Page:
And then I got a call from the French embassy, the ambassador's assistant said that the ambassador was inviting me to a dinner party on the occasion of the award. The reception was at the ambassador's country house, and we went there with my human rights colleagues, who were also invited. It felt unreal. It felt cosmic… Honestly, it was only later that I started thinking why me, why not someone else, there are other candidates who are more worthy… Especially since I had been nominated for a Belarusian human rights award for five years in a row, never obtaining the award. I was shortlisted four times, but there was always someone else chosen to be awarded. However, that year, after the French prize, I got ours as well; I received it in 2019.

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Leanid Sudalenka obtains the National Human Rights Award. Minsk, 2019. Andrei Zavalei is to the left

The prize from France is valuable to me for yet another reason. When I received it in 2018, it was the 80th anniversary of the Universal Declaration of Human Rights, and on this memorable occasion, I was honored with the prestigious international award. The medal awarded to me is kept at home in a special place; when I look at it, I realize that my work is visible after all… There is much to be proud of. When I start telling my grandchildren about my life path, the medal will be evidence that I must have lived right. I am the first Belarusian to have received such an award. And Belarusian human rights defenders regularly receive international awards: Ales Byalyatski recently won the Alternative Nobel Prize in Stockholm; this was in recognition of the work that Belarusian human rights defenders are doing to reform the legal system around the world.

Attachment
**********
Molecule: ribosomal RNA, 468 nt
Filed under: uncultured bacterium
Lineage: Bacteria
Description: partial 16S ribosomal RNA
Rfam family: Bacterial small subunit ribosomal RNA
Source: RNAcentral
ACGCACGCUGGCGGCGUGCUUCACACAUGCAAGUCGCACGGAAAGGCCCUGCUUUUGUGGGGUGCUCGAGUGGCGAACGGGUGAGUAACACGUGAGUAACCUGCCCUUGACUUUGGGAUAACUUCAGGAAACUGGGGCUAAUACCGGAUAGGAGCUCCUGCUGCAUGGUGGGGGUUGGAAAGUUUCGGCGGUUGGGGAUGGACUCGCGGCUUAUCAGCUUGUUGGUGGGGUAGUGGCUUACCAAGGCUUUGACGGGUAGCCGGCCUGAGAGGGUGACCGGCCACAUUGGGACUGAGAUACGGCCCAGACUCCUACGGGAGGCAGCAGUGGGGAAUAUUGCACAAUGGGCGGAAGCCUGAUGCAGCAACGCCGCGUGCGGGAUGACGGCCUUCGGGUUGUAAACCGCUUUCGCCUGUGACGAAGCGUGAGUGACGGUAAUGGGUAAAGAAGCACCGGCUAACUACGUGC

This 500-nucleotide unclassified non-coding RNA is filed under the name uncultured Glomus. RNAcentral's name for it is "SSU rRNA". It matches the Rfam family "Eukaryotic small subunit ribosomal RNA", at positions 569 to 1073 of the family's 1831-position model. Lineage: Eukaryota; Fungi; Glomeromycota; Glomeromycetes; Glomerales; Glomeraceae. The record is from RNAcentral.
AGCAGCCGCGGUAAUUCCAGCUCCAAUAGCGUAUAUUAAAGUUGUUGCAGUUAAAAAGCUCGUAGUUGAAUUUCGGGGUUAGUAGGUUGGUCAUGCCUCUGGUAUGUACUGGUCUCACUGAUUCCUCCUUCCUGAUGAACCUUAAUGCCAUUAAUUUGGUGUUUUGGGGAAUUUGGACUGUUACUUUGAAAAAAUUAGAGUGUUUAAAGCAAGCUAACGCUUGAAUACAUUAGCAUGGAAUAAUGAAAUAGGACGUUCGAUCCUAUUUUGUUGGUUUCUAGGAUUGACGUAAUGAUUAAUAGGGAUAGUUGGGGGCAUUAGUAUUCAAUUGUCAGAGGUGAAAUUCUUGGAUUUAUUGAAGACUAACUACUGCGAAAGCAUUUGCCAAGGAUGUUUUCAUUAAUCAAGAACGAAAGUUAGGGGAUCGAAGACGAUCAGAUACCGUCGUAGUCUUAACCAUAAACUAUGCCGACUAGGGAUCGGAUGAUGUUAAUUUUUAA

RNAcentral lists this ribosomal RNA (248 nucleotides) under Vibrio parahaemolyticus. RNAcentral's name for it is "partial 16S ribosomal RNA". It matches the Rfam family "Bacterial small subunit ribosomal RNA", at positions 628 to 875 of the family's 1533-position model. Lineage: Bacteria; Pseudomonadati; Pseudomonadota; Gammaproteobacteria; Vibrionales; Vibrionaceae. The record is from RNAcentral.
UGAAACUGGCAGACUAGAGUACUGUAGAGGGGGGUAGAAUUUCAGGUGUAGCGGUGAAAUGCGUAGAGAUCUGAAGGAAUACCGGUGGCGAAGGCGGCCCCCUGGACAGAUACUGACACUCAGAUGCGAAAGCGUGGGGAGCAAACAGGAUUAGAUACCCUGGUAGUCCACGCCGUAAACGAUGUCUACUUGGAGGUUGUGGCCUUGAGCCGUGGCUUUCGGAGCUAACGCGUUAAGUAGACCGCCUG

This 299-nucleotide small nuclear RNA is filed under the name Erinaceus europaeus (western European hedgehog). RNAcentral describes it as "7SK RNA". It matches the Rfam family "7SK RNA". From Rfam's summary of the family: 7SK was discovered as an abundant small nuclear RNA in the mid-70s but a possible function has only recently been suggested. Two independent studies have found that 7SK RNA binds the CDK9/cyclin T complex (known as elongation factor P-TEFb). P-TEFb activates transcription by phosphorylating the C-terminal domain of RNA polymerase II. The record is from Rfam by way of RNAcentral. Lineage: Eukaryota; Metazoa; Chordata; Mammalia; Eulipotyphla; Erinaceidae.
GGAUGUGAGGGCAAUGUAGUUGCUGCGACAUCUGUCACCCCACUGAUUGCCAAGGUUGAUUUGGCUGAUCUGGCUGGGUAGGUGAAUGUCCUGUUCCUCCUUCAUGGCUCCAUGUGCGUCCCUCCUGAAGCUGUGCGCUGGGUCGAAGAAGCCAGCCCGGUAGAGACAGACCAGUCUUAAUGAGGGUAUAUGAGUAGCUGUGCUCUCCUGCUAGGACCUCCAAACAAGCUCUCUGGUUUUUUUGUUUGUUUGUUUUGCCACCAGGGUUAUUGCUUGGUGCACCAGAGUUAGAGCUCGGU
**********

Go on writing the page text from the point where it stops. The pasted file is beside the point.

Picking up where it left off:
Leanid Sudalenka does not agree that throughout the years of his human rights activism he has been fighting an enemy that cannot be defeated: